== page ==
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Ukrainians to Get U.S. Tanks by Fall

The Defense Department announced in January that 31 M1A2 Abrams tanks would be delivered to Ukraine, but officials had speculated it would take about a year to make that happen. Now, they say, the U.S. will instead send M1A1 Abrams tanks from refurbished hulls already in U.S. inventory, and the delivery will be in the fall — faster than what was initially expected.

A tank rolls along in a dusty environment.
Training Exercise
The Defense Department announced today it will send tanks similar to the M1A1s used in this 2015 training exercise to Ukraine by the fall.
Photo By: C. Todd Lopez, DOD
VIRIN: 150810-A-NU123-002

"Since we've made this announcement, we've been committed to exploring options to deliver the armored capability as quickly as possible," Pentagon Press Secretary Air Force Brig. Gen. Pat Ryder said during a briefing today. "After further study and analysis on how best to do this, DOD, in close coordination with Ukraine, has made the decision to provide the M1A1 variant of the Abrams tank, which will enable us to significantly expedite delivery timelines, and deliver this important capability to Ukraine by the fall of this year."

The M1A1 Abrams will have "a very similar capability" to the M1A2, Ryder said, including advanced armor and weapons systems, such as a 120 mm cannon and 50-caliber heavy machine gun. 

"This is about getting this important combat capability into the hands of the Ukrainians sooner rather than later," the general said.

A man speaks from a podium.
Press Briefing
Pentagon Press Secretary Air Force Brig. Gen. Pat Ryder conducts a press briefing at the Pentagon, March 21, 2023.
Photo By: Navy Petty Officer 2nd Class Alexander Kubitza
VIRIN: 230321-D-PM193-1040

In January, the initial plan was that the United States would use funds from the Ukraine Security Assistance Initiative to procure new tanks from the manufacturer. Now, Ryder said, excess hulls already in U.S. inventory will instead be refurbished and refitted to create M1A1 Abrams main battle tanks that can be sent to Ukraine more quickly in order to meet their needs.

"You've heard us talk in the past about trying to work with Ukraine to meet not only their near-term needs, but their medium-term needs," Ryder said. "Taking territory, retaking territory, you know, as part of any offensive will be important ... as will sustaining those gains at some point in the future, as well as being able to deter future Russian aggression. This is all part of ... our broader near-term and longer-term support to Ukraine and their defense requirements."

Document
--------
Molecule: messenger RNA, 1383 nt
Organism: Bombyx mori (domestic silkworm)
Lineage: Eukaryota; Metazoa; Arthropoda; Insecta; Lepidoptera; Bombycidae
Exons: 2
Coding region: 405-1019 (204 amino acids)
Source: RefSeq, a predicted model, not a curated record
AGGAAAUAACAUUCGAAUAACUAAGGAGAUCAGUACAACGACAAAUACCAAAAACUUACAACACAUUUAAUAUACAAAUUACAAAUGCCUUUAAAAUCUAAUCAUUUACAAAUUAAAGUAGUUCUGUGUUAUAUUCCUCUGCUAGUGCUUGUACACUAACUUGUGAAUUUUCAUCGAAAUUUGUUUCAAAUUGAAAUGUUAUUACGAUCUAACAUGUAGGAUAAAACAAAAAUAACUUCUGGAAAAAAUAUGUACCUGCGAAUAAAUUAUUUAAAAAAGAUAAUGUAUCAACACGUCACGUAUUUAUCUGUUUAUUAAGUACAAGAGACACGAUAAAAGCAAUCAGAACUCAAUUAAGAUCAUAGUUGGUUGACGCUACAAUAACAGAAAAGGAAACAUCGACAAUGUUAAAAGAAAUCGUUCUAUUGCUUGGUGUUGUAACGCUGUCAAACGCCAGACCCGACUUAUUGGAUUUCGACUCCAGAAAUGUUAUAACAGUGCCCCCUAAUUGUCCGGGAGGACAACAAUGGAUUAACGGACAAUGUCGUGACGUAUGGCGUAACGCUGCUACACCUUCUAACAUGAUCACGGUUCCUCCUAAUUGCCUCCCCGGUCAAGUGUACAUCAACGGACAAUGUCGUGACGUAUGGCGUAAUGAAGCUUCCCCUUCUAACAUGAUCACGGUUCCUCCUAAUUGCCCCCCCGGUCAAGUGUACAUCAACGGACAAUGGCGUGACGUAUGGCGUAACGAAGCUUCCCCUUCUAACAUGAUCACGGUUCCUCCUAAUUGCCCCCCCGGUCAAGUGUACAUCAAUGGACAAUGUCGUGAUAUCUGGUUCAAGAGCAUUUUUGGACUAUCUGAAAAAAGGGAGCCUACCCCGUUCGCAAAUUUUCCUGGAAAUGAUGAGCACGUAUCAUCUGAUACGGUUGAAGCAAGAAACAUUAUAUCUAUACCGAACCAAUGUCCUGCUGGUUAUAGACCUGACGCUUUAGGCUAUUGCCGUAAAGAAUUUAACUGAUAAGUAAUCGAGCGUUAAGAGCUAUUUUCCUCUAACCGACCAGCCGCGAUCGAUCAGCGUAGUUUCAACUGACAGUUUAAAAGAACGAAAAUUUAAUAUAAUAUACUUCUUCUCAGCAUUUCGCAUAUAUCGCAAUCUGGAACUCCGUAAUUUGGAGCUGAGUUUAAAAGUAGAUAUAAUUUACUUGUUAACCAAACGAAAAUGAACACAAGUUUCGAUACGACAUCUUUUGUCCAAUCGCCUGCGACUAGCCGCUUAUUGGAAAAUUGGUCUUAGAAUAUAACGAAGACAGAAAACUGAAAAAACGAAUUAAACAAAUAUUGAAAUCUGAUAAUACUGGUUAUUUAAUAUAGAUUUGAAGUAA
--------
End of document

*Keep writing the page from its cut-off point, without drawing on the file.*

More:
Ryder also told reporters that training Ukrainians on the tanks is also in the works.

A tank rolls along in a dusty environment. Smoke surrounds it.
Training Time
An M1A1 tank, with soldiers from the Army’s 11th Armored Calvary Regiment was part of an August 2015 exercise at the National Training Center on Fort Irwin, Calif. The Defense Department announced today it will send similar tanks to Ukraine by the fall.
Photo By: C. Todd Lopez, DOD
VIRIN: 150810-A-NU123-003

"We will ensure that the Ukrainians receive the necessary training on these tanks in time for them to be delivered," he said. "We'll have more details to provide on that training in the future. But, again, that would be our intent — and I'm confident that we will accomplish that."

Yesterday, the Pentagon also announced the most recent round of security assistance to Ukraine. The latest round of security assistance, worth about $350 million, includes, among other things, ammunition for the High Mobility Artillery Rocket System; high-speed, anti-radiation missiles; AT4 anti-armor weapon systems; grenade launchers, small arms and associated ammunition; and Riverine patrol boats. 

Since the beginning of Russia's invasion on Feb. 24. 2022, the U.S. has committed more than $32.5 billion in security assistance to Ukraine. The United States also continues to work with allies and partners to provide Ukraine with additional capabilities to defend itself.

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